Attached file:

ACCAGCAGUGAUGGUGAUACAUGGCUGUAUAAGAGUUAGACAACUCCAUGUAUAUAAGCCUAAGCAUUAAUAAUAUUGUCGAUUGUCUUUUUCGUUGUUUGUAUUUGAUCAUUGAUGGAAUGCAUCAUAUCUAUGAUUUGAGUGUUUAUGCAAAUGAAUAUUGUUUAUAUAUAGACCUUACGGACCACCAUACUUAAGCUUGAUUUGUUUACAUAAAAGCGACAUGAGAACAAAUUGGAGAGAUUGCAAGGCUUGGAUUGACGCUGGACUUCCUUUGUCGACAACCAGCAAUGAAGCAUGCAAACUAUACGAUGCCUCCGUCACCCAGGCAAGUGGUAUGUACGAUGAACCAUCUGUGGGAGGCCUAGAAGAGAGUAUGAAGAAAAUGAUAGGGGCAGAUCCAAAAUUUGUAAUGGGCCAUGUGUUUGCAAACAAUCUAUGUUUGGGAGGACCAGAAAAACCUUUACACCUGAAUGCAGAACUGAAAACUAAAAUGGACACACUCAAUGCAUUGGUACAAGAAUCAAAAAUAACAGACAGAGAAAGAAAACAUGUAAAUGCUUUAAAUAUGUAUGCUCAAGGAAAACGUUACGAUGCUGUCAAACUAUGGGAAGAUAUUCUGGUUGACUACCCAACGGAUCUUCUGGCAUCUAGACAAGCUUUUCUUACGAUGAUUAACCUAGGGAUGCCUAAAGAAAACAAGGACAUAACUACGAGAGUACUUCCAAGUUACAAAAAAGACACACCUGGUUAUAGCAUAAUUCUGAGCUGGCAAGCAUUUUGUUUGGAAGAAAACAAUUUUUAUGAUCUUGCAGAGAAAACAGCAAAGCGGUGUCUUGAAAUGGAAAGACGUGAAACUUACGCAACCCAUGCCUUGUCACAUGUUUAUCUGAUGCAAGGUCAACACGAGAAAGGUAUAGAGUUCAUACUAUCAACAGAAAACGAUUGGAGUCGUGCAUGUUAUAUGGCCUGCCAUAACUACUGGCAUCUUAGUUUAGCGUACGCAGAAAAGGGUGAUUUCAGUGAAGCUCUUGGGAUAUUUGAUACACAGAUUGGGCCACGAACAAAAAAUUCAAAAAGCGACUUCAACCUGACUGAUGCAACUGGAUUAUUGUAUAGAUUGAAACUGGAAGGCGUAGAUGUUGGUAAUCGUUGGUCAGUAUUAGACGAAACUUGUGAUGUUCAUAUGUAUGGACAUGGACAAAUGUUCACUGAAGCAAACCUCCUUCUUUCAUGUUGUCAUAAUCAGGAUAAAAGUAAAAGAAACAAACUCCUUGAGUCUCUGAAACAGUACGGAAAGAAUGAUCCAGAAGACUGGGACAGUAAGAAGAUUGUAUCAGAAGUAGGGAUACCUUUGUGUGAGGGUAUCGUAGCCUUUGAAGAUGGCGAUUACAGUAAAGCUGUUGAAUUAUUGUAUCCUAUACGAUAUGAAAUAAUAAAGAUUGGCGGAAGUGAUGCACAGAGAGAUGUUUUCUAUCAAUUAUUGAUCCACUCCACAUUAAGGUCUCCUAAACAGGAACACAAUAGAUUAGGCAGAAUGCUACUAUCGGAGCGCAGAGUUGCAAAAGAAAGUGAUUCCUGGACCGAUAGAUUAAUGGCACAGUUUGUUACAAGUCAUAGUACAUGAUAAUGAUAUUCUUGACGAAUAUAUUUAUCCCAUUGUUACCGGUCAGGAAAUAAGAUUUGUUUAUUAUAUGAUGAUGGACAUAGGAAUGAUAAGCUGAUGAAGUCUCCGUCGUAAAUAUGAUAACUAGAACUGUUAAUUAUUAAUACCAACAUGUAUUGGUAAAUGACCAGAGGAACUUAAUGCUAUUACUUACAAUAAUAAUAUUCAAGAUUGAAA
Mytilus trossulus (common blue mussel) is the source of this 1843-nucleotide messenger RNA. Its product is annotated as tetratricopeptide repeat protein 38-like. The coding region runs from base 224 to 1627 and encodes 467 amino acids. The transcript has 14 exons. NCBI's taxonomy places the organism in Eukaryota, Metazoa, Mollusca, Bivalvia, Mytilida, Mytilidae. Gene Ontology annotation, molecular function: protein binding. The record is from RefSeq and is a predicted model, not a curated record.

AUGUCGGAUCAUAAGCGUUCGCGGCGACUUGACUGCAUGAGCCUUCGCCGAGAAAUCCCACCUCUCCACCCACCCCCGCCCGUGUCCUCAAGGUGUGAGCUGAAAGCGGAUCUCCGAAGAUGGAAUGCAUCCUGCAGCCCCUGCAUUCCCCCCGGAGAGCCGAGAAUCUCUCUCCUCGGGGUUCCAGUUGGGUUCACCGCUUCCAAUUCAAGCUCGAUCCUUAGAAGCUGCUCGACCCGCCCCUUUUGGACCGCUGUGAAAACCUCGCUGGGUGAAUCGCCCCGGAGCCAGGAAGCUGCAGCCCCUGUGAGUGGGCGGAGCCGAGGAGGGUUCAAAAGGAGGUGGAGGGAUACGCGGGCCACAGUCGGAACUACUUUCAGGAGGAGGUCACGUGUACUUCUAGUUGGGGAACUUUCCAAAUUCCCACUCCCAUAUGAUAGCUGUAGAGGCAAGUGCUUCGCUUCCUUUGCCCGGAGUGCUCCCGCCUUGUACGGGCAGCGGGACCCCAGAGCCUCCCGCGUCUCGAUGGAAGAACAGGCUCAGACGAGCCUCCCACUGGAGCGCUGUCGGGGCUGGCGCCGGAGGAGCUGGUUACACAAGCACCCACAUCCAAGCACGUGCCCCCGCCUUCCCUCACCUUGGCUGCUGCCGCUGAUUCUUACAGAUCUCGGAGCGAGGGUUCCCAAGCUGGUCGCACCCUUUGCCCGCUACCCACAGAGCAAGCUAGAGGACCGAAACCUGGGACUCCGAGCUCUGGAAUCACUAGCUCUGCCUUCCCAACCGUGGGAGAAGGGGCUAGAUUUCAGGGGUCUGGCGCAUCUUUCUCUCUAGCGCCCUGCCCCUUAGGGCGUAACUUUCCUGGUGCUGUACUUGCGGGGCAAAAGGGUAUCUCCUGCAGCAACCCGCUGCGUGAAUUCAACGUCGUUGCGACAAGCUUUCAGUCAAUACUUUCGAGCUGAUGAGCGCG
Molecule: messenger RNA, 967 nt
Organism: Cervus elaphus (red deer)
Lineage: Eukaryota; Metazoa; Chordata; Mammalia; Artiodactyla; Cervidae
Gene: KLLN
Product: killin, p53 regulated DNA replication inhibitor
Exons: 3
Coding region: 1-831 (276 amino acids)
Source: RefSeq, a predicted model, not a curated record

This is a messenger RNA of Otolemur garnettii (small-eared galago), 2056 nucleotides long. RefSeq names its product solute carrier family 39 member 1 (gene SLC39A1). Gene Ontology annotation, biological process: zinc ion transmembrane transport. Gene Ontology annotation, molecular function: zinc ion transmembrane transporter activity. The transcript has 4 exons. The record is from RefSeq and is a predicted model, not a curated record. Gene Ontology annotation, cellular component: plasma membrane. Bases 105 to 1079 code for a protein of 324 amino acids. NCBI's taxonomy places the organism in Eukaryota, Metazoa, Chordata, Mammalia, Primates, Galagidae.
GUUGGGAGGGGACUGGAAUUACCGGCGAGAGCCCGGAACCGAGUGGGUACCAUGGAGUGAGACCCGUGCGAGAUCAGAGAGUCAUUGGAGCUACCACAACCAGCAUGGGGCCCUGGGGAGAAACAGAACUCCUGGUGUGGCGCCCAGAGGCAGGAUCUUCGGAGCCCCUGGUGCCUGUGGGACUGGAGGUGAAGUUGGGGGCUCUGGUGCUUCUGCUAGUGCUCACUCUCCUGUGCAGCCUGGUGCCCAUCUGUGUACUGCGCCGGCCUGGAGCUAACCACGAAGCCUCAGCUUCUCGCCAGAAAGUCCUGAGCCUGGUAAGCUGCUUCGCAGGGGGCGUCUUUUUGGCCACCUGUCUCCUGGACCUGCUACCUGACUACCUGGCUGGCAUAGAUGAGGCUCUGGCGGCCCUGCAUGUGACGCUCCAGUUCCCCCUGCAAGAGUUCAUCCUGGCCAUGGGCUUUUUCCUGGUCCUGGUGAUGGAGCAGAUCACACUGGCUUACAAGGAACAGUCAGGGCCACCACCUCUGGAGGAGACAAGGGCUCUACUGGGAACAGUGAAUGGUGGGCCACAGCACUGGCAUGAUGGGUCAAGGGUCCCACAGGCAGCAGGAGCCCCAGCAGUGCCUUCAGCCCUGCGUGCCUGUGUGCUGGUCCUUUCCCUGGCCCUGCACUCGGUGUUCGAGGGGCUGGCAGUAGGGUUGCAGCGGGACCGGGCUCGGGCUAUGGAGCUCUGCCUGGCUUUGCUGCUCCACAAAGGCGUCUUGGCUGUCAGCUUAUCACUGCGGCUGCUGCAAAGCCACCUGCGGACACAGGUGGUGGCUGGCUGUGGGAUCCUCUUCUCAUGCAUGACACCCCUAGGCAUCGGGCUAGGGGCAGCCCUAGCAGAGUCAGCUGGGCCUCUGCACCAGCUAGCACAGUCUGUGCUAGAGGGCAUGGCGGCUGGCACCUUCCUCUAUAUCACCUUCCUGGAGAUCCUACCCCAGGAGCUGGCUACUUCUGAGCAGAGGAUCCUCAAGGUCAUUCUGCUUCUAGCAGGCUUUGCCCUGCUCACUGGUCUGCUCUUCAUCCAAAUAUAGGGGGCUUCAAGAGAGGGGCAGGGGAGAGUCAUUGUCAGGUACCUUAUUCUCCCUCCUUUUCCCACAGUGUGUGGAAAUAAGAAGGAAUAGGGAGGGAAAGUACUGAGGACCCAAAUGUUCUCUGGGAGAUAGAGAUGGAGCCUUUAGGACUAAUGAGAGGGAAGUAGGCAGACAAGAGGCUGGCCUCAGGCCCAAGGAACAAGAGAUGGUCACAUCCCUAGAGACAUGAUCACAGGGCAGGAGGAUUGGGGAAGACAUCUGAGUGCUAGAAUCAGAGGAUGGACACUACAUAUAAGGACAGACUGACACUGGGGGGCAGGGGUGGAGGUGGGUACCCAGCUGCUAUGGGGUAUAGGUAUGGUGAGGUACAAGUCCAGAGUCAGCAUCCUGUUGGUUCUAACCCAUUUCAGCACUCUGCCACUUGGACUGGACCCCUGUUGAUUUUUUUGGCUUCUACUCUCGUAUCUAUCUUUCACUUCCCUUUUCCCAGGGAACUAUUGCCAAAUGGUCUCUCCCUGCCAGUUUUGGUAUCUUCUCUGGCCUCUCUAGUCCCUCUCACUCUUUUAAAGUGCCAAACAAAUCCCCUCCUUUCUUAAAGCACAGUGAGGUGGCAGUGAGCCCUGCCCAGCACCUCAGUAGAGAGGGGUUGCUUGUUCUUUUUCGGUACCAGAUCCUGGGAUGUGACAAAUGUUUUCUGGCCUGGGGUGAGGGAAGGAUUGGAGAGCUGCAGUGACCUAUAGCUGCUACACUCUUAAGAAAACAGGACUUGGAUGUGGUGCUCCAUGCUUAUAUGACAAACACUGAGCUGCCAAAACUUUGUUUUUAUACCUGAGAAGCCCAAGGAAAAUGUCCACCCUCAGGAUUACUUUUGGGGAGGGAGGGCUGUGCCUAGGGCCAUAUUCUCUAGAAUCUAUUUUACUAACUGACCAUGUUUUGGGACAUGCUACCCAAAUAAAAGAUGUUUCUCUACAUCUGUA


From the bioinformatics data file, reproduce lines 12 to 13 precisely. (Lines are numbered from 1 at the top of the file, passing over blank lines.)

This is a messenger RNA of Otolemur garnettii (small-eared galago), 2056 nucleotides long. RefSeq names its product solute carrier family 39 member 1 (gene SLC39A1). Gene Ontology annotation, biological process: zinc ion transmembrane transport. Gene Ontology annotation, molecular function: zinc ion transmembrane transporter activity. The transcript has 4 exons. The record is from RefSeq and is a predicted model, not a curated record. Gene Ontology annotation, cellular component: plasma membrane. Bases 105 to 1079 code for a protein of 324 amino acids. NCBI's taxonomy places the organism in Eukaryota, Metazoa, Chordata, Mammalia, Primates, Galagidae.
GUUGGGAGGGGACUGGAAUUACCGGCGAGAGCCCGGAACCGAGUGGGUACCAUGGAGUGAGACCCGUGCGAGAUCAGAGAGUCAUUGGAGCUACCACAACCAGCAUGGGGCCCUGGGGAGAAACAGAACUCCUGGUGUGGCGCCCAGAGGCAGGAUCUUCGGAGCCCCUGGUGCCUGUGGGACUGGAGGUGAAGUUGGGGGCUCUGGUGCUUCUGCUAGUGCUCACUCUCCUGUGCAGCCUGGUGCCCAUCUGUGUACUGCGCCGGCCUGGAGCUAACCACGAAGCCUCAGCUUCUCGCCAGAAAGUCCUGAGCCUGGUAAGCUGCUUCGCAGGGGGCGUCUUUUUGGCCACCUGUCUCCUGGACCUGCUACCUGACUACCUGGCUGGCAUAGAUGAGGCUCUGGCGGCCCUGCAUGUGACGCUCCAGUUCCCCCUGCAAGAGUUCAUCCUGGCCAUGGGCUUUUUCCUGGUCCUGGUGAUGGAGCAGAUCACACUGGCUUACAAGGAACAGUCAGGGCCACCACCUCUGGAGGAGACAAGGGCUCUACUGGGAACAGUGAAUGGUGGGCCACAGCACUGGCAUGAUGGGUCAAGGGUCCCACAGGCAGCAGGAGCCCCAGCAGUGCCUUCAGCCCUGCGUGCCUGUGUGCUGGUCCUUUCCCUGGCCCUGCACUCGGUGUUCGAGGGGCUGGCAGUAGGGUUGCAGCGGGACCGGGCUCGGGCUAUGGAGCUCUGCCUGGCUUUGCUGCUCCACAAAGGCGUCUUGGCUGUCAGCUUAUCACUGCGGCUGCUGCAAAGCCACCUGCGGACACAGGUGGUGGCUGGCUGUGGGAUCCUCUUCUCAUGCAUGACACCCCUAGGCAUCGGGCUAGGGGCAGCCCUAGCAGAGUCAGCUGGGCCUCUGCACCAGCUAGCACAGUCUGUGCUAGAGGGCAUGGCGGCUGGCACCUUCCUCUAUAUCACCUUCCUGGAGAUCCUACCCCAGGAGCUGGCUACUUCUGAGCAGAGGAUCCUCAAGGUCAUUCUGCUUCUAGCAGGCUUUGCCCUGCUCACUGGUCUGCUCUUCAUCCAAAUAUAGGGGGCUUCAAGAGAGGGGCAGGGGAGAGUCAUUGUCAGGUACCUUAUUCUCCCUCCUUUUCCCACAGUGUGUGGAAAUAAGAAGGAAUAGGGAGGGAAAGUACUGAGGACCCAAAUGUUCUCUGGGAGAUAGAGAUGGAGCCUUUAGGACUAAUGAGAGGGAAGUAGGCAGACAAGAGGCUGGCCUCAGGCCCAAGGAACAAGAGAUGGUCACAUCCCUAGAGACAUGAUCACAGGGCAGGAGGAUUGGGGAAGACAUCUGAGUGCUAGAAUCAGAGGAUGGACACUACAUAUAAGGACAGACUGACACUGGGGGGCAGGGGUGGAGGUGGGUACCCAGCUGCUAUGGGGUAUAGGUAUGGUGAGGUACAAGUCCAGAGUCAGCAUCCUGUUGGUUCUAACCCAUUUCAGCACUCUGCCACUUGGACUGGACCCCUGUUGAUUUUUUUGGCUUCUACUCUCGUAUCUAUCUUUCACUUCCCUUUUCCCAGGGAACUAUUGCCAAAUGGUCUCUCCCUGCCAGUUUUGGUAUCUUCUCUGGCCUCUCUAGUCCCUCUCACUCUUUUAAAGUGCCAAACAAAUCCCCUCCUUUCUUAAAGCACAGUGAGGUGGCAGUGAGCCCUGCCCAGCACCUCAGUAGAGAGGGGUUGCUUGUUCUUUUUCGGUACCAGAUCCUGGGAUGUGACAAAUGUUUUCUGGCCUGGGGUGAGGGAAGGAUUGGAGAGCUGCAGUGACCUAUAGCUGCUACACUCUUAAGAAAACAGGACUUGGAUGUGGUGCUCCAUGCUUAUAUGACAAACACUGAGCUGCCAAAACUUUGUUUUUAUACCUGAGAAGCCCAAGGAAAAUGUCCACCCUCAGGAUUACUUUUGGGGAGGGAGGGCUGUGCCUAGGGCCAUAUUCUCUAGAAUCUAUUUUACUAACUGACCAUGUUUUGGGACAUGCUACCCAAAUAAAAGAUGUUUCUCUACAUCUGUA